“This is just the tip of the iceberg,” Inglis says. “It is estimated that, on any given day, there are up to 15,000 postings for girls who are being advertised for sexual services across Canada.”

Inglis says most of the victims being trafficked in Canada are Canadian.



“If you have a daughter in high school, college or university, ask her if she knows of anyone who has been approached, recruited, or groomed by potential traffickers.” he says. “Chances are she will know of someone from her school that has been affected by human trafficking.”

Traffickers use Facebook and Tinder, Sugar Daddies, and various other online dating and social media sites to organize “dates” with the victims, which is the start of the recruitment phase.

A common method of manipulating victims into human trafficking is called the “Boyfriend Experience” whereby the trafficker preys on vulnerable victims, either through social media, youth shelters, and/or drug rehab groups. They’ve even been caught trying to recruit girls at high schools, colleges, and universities.

The so-called boyfriend will stage a meeting between himself or a co-conspirator and the victim, Inglis says, and everything will start out much like a new couple starting to date, with the pimp showering the victim with expensive gifts like clothing, jewelry, cell phones and vacations.

The grooming may go on for months before the boyfriend starts mind games used to manipulate the victim into becoming completely dependent on the pimp.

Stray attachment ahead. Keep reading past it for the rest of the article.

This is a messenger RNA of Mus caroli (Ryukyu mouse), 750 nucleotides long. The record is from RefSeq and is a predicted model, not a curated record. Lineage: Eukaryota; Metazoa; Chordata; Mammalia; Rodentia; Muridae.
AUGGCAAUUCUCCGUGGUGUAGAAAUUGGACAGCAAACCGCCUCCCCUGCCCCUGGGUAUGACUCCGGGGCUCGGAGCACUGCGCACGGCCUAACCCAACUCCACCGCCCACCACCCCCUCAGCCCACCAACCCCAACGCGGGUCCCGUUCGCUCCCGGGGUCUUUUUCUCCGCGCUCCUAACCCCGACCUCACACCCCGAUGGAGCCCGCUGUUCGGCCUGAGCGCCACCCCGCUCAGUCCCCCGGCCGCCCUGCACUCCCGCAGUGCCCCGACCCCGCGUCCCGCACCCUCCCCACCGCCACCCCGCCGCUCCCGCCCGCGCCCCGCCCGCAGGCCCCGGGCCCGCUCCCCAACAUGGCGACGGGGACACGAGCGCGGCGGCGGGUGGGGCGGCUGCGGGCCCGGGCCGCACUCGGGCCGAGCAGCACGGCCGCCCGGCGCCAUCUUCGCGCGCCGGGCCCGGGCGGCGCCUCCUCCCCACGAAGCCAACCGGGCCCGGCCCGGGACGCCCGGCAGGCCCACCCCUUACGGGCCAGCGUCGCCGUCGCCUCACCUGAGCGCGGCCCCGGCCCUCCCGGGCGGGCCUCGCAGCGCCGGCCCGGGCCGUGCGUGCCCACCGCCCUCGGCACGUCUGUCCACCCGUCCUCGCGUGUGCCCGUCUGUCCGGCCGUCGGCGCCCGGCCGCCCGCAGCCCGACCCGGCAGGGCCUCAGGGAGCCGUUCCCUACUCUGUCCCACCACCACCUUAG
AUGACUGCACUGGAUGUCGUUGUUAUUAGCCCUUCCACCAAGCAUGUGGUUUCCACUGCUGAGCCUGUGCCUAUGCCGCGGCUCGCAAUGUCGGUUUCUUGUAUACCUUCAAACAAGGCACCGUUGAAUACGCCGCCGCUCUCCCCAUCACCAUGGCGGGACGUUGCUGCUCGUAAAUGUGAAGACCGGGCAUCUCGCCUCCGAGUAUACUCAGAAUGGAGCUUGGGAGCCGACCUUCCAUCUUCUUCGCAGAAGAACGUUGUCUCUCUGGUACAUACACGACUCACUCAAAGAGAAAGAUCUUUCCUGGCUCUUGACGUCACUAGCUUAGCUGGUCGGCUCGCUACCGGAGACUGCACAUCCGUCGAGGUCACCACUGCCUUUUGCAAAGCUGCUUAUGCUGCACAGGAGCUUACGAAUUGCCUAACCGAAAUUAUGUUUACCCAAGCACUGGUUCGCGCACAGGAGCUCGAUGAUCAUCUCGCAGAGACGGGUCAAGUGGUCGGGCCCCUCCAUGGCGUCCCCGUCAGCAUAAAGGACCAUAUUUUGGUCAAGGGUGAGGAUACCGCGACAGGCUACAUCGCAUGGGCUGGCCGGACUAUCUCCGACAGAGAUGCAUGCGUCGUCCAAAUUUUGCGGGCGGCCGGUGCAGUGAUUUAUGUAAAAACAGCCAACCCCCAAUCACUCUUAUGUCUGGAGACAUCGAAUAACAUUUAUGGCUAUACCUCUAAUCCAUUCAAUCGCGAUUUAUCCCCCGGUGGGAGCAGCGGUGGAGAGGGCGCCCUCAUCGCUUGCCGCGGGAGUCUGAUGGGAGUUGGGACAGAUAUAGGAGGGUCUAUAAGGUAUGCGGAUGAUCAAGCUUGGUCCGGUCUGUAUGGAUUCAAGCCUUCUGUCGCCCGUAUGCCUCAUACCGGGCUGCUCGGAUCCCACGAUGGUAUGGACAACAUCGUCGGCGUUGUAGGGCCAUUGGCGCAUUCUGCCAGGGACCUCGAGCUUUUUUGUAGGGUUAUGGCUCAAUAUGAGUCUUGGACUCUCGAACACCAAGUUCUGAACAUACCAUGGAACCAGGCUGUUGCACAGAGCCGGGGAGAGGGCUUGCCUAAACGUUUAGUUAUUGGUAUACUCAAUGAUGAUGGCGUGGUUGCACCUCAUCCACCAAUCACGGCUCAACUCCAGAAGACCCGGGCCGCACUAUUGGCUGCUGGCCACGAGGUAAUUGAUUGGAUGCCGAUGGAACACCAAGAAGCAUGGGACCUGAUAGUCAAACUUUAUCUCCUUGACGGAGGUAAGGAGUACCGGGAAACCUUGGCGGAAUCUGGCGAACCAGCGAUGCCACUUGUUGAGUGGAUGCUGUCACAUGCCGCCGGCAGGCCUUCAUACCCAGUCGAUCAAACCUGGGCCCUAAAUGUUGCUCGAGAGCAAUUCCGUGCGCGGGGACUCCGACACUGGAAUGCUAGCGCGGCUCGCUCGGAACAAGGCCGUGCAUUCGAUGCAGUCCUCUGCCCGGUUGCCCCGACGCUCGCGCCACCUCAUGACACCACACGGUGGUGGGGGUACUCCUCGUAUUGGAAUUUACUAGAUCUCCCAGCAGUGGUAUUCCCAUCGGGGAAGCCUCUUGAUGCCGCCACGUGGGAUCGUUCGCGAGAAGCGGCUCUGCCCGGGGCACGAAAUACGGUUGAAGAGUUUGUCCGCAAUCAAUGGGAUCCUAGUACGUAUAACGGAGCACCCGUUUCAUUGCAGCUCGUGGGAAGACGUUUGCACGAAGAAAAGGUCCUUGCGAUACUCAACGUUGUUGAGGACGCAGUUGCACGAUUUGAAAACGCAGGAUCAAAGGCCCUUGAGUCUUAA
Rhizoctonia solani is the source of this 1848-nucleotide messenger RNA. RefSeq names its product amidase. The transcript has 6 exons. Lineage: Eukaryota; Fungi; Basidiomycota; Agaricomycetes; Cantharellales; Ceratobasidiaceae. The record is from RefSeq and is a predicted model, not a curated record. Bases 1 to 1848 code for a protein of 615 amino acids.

In many cases, Inglis says, the pimp will get the victim hooked on drugs and cycle her through withdrawal to add a further level of control. Because of this level of manipulation, it takes a victim an average of seven attempts to escape before she is successful.

“This is why, when a victim comes forward and is asking for help, we must be there and we must be ready to help.”

Inglis says one victim can bring in more than $250,000 a year for her pimp and, according to Victim Services Niagara, a pimp running a stable of girls can easily bring in $1 million or more a year.

Inglis says firefighters can help stop the cycle of human trafficking by looking for common warning signs.

“There are many signs that a person is potentially being trafficked,” he notes, one of the key indicators being that victims might not speak for themselves or their words or actions are directed by someone else.

Other signs include:
  • The person is involved in prostitution against his or her will.
  • The person may not know the person he or she is with.
  • The person may refer to the person he or she is with as “boyfriend.”
  • There may be drugs or large sums of cash nearby.
  • The person may be inappropriately dressed for the time of year or conditions.
  • The person may show signs of abuse, neglect, malnutrition, addiction.
  • A group of people may all have similar tattoos or branding in similar locations on their bodies.
  • The person isn’t in possession of ID or someone else has his or her ID.
  • The person may appear very anxious around people in uniforms.
  • The person may have multiple cell phones going off very frequently.
  • The person may be in possession of multiple hotel/motel keys.

To enquire about fire department training to spot human trafficking, contact Inglis at This e-mail address is being protected from spambots. You need JavaScript enabled to view it .